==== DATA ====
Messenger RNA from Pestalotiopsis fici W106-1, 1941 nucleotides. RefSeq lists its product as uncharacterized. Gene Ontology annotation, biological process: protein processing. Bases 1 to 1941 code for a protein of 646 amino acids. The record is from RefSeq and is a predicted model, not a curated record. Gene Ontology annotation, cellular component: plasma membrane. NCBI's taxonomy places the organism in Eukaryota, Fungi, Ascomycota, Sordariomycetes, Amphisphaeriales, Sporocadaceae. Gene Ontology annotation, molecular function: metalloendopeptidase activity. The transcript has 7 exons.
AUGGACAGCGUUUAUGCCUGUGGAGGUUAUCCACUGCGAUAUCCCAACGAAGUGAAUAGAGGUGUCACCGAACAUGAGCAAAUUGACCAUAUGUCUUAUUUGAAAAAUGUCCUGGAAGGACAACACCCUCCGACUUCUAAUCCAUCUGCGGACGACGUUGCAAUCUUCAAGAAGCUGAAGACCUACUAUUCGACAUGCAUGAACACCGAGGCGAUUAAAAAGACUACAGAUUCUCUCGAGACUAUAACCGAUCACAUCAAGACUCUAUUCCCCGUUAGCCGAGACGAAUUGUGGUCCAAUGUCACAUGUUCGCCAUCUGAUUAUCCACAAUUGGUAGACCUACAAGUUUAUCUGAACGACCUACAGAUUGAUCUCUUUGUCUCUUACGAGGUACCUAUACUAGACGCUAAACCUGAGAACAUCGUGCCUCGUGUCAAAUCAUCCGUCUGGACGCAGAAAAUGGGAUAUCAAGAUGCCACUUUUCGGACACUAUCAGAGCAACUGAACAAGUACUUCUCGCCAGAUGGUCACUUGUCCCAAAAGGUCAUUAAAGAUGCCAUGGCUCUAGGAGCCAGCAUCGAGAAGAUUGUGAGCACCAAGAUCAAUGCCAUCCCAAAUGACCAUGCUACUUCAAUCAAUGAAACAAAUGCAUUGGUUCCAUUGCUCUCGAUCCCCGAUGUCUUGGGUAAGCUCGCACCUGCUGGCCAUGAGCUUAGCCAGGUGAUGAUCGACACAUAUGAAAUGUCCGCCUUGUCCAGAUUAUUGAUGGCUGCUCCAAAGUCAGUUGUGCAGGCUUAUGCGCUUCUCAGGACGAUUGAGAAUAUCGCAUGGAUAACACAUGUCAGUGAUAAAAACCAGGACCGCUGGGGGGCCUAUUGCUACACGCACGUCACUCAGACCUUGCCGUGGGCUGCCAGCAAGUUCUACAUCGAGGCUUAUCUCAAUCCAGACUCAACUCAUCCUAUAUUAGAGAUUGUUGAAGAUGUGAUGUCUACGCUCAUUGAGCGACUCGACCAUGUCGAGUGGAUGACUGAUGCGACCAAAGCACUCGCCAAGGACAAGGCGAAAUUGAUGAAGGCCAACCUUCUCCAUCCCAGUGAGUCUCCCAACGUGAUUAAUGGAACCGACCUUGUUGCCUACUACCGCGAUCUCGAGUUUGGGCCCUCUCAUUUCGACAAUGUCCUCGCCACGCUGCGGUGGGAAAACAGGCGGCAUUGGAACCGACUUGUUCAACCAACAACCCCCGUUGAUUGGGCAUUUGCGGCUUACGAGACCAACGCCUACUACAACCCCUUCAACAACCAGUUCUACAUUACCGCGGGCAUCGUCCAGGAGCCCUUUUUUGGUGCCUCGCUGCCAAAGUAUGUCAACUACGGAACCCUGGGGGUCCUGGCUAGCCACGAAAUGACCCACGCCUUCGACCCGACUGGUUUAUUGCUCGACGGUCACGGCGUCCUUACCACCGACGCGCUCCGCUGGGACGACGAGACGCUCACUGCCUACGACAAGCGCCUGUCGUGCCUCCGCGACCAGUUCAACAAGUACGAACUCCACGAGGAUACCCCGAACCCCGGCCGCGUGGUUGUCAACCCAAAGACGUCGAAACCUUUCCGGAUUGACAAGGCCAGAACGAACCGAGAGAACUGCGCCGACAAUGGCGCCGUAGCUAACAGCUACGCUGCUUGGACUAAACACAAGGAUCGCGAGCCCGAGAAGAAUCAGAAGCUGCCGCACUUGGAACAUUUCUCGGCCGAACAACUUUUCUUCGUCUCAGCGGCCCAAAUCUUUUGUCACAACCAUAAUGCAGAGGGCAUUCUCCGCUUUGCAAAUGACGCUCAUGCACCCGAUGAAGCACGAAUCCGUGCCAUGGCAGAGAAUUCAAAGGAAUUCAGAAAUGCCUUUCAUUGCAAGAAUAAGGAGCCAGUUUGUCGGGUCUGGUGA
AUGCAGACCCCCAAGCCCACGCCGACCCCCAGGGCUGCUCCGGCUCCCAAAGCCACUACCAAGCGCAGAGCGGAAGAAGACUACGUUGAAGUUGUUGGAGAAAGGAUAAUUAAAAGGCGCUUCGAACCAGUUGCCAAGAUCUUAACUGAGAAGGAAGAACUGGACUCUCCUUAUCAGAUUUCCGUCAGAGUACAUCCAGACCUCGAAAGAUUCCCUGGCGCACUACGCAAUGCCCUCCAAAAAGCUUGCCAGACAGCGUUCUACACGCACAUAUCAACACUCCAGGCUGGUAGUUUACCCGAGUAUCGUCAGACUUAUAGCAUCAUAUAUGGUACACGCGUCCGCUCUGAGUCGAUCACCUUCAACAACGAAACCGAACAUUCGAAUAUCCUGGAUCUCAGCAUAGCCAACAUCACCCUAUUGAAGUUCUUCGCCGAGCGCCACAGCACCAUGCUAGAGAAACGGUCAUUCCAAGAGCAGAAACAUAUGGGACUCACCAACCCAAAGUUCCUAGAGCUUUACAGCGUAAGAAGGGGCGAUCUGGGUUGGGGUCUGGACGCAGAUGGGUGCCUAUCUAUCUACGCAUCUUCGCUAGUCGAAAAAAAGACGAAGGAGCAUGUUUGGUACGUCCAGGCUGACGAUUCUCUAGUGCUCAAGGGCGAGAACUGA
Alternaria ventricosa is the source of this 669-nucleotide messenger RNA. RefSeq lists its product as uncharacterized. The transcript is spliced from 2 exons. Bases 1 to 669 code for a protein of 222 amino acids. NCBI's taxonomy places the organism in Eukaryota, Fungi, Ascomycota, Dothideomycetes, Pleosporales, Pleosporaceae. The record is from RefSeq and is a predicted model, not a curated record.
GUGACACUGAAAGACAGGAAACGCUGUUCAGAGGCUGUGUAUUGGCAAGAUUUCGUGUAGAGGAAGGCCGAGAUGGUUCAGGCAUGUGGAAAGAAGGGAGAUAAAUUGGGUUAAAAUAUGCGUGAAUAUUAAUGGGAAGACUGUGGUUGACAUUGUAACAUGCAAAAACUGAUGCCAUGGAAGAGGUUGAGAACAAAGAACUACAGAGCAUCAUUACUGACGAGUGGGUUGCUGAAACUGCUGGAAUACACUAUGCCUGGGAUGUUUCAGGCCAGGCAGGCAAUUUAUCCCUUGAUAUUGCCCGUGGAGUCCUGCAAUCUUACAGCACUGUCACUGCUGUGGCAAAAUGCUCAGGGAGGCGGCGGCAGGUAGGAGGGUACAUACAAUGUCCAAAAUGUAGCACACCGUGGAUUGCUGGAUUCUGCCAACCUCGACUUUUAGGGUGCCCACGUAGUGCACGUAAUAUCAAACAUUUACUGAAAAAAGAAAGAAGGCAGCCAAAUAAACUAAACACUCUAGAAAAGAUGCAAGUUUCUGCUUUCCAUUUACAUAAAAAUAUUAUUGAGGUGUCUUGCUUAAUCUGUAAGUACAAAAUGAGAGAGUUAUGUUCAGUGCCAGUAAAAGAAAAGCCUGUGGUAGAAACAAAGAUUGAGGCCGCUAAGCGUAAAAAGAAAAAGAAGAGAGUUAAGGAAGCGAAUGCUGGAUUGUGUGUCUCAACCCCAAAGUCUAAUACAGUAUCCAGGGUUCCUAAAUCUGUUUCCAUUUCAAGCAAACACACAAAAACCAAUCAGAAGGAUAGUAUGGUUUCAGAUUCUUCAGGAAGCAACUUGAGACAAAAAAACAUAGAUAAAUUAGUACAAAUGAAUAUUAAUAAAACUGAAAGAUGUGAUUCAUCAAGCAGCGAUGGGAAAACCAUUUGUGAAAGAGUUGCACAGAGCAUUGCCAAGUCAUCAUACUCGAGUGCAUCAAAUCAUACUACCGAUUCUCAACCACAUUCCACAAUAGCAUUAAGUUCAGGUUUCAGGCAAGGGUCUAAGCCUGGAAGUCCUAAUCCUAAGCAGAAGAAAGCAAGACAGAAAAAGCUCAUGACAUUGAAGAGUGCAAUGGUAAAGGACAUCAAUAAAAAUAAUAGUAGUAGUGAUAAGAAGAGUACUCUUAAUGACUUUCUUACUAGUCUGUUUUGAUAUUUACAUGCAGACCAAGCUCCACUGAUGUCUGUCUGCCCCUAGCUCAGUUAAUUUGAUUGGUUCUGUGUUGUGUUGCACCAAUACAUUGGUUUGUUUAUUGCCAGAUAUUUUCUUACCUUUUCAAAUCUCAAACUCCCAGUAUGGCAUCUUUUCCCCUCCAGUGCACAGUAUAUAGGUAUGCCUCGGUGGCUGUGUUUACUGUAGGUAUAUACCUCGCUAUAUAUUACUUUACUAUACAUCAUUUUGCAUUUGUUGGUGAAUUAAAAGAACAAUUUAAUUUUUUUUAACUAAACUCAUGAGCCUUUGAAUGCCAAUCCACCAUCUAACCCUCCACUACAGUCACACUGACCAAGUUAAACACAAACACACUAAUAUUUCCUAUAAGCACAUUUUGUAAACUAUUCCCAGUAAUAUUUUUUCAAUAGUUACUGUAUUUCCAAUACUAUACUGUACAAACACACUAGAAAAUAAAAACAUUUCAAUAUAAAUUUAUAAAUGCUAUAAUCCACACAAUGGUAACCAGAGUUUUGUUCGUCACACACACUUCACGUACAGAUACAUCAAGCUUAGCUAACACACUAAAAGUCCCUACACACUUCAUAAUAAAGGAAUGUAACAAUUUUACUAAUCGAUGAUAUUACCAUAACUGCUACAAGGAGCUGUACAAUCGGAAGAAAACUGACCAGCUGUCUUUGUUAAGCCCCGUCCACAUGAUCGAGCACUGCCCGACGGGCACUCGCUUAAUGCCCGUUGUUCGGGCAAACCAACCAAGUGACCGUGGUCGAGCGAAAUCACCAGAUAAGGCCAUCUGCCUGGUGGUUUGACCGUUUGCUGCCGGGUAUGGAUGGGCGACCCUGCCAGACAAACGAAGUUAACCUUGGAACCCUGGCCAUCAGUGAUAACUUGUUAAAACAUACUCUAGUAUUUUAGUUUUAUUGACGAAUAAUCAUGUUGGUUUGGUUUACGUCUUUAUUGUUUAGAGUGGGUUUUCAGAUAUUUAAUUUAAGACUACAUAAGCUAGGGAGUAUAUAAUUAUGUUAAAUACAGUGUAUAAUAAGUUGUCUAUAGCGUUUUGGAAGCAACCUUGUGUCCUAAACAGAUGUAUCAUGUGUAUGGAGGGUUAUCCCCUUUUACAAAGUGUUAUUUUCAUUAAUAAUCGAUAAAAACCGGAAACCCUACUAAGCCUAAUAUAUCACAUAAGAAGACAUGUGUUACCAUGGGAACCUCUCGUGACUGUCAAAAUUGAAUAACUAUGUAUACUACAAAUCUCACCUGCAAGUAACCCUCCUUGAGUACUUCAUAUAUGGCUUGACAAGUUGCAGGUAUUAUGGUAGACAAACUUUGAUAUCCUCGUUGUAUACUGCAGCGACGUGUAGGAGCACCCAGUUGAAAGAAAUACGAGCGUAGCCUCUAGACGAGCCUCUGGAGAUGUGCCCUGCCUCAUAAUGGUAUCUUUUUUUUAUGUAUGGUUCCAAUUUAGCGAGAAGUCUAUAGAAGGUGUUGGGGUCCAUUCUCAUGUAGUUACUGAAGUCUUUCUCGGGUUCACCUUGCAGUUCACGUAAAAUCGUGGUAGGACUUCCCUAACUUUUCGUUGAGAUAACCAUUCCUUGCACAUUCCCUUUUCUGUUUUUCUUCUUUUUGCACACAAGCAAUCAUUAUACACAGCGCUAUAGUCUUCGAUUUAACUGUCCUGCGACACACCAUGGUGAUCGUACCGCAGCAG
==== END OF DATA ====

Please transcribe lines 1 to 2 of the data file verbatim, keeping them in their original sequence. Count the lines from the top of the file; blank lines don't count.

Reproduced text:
Messenger RNA from Pestalotiopsis fici W106-1, 1941 nucleotides. RefSeq lists its product as uncharacterized. Gene Ontology annotation, biological process: protein processing. Bases 1 to 1941 code for a protein of 646 amino acids. The record is from RefSeq and is a predicted model, not a curated record. Gene Ontology annotation, cellular component: plasma membrane. NCBI's taxonomy places the organism in Eukaryota, Fungi, Ascomycota, Sordariomycetes, Amphisphaeriales, Sporocadaceae. Gene Ontology annotation, molecular function: metalloendopeptidase activity. The transcript has 7 exons.
AUGGACAGCGUUUAUGCCUGUGGAGGUUAUCCACUGCGAUAUCCCAACGAAGUGAAUAGAGGUGUCACCGAACAUGAGCAAAUUGACCAUAUGUCUUAUUUGAAAAAUGUCCUGGAAGGACAACACCCUCCGACUUCUAAUCCAUCUGCGGACGACGUUGCAAUCUUCAAGAAGCUGAAGACCUACUAUUCGACAUGCAUGAACACCGAGGCGAUUAAAAAGACUACAGAUUCUCUCGAGACUAUAACCGAUCACAUCAAGACUCUAUUCCCCGUUAGCCGAGACGAAUUGUGGUCCAAUGUCACAUGUUCGCCAUCUGAUUAUCCACAAUUGGUAGACCUACAAGUUUAUCUGAACGACCUACAGAUUGAUCUCUUUGUCUCUUACGAGGUACCUAUACUAGACGCUAAACCUGAGAACAUCGUGCCUCGUGUCAAAUCAUCCGUCUGGACGCAGAAAAUGGGAUAUCAAGAUGCCACUUUUCGGACACUAUCAGAGCAACUGAACAAGUACUUCUCGCCAGAUGGUCACUUGUCCCAAAAGGUCAUUAAAGAUGCCAUGGCUCUAGGAGCCAGCAUCGAGAAGAUUGUGAGCACCAAGAUCAAUGCCAUCCCAAAUGACCAUGCUACUUCAAUCAAUGAAACAAAUGCAUUGGUUCCAUUGCUCUCGAUCCCCGAUGUCUUGGGUAAGCUCGCACCUGCUGGCCAUGAGCUUAGCCAGGUGAUGAUCGACACAUAUGAAAUGUCCGCCUUGUCCAGAUUAUUGAUGGCUGCUCCAAAGUCAGUUGUGCAGGCUUAUGCGCUUCUCAGGACGAUUGAGAAUAUCGCAUGGAUAACACAUGUCAGUGAUAAAAACCAGGACCGCUGGGGGGCCUAUUGCUACACGCACGUCACUCAGACCUUGCCGUGGGCUGCCAGCAAGUUCUACAUCGAGGCUUAUCUCAAUCCAGACUCAACUCAUCCUAUAUUAGAGAUUGUUGAAGAUGUGAUGUCUACGCUCAUUGAGCGACUCGACCAUGUCGAGUGGAUGACUGAUGCGACCAAAGCACUCGCCAAGGACAAGGCGAAAUUGAUGAAGGCCAACCUUCUCCAUCCCAGUGAGUCUCCCAACGUGAUUAAUGGAACCGACCUUGUUGCCUACUACCGCGAUCUCGAGUUUGGGCCCUCUCAUUUCGACAAUGUCCUCGCCACGCUGCGGUGGGAAAACAGGCGGCAUUGGAACCGACUUGUUCAACCAACAACCCCCGUUGAUUGGGCAUUUGCGGCUUACGAGACCAACGCCUACUACAACCCCUUCAACAACCAGUUCUACAUUACCGCGGGCAUCGUCCAGGAGCCCUUUUUUGGUGCCUCGCUGCCAAAGUAUGUCAACUACGGAACCCUGGGGGUCCUGGCUAGCCACGAAAUGACCCACGCCUUCGACCCGACUGGUUUAUUGCUCGACGGUCACGGCGUCCUUACCACCGACGCGCUCCGCUGGGACGACGAGACGCUCACUGCCUACGACAAGCGCCUGUCGUGCCUCCGCGACCAGUUCAACAAGUACGAACUCCACGAGGAUACCCCGAACCCCGGCCGCGUGGUUGUCAACCCAAAGACGUCGAAACCUUUCCGGAUUGACAAGGCCAGAACGAACCGAGAGAACUGCGCCGACAAUGGCGCCGUAGCUAACAGCUACGCUGCUUGGACUAAACACAAGGAUCGCGAGCCCGAGAAGAAUCAGAAGCUGCCGCACUUGGAACAUUUCUCGGCCGAACAACUUUUCUUCGUCUCAGCGGCCCAAAUCUUUUGUCACAACCAUAAUGCAGAGGGCAUUCUCCGCUUUGCAAAUGACGCUCAUGCACCCGAUGAAGCACGAAUCCGUGCCAUGGCAGAGAAUUCAAAGGAAUUCAGAAAUGCCUUUCAUUGCAAGAAUAAGGAGCCAGUUUGUCGGGUCUGGUGA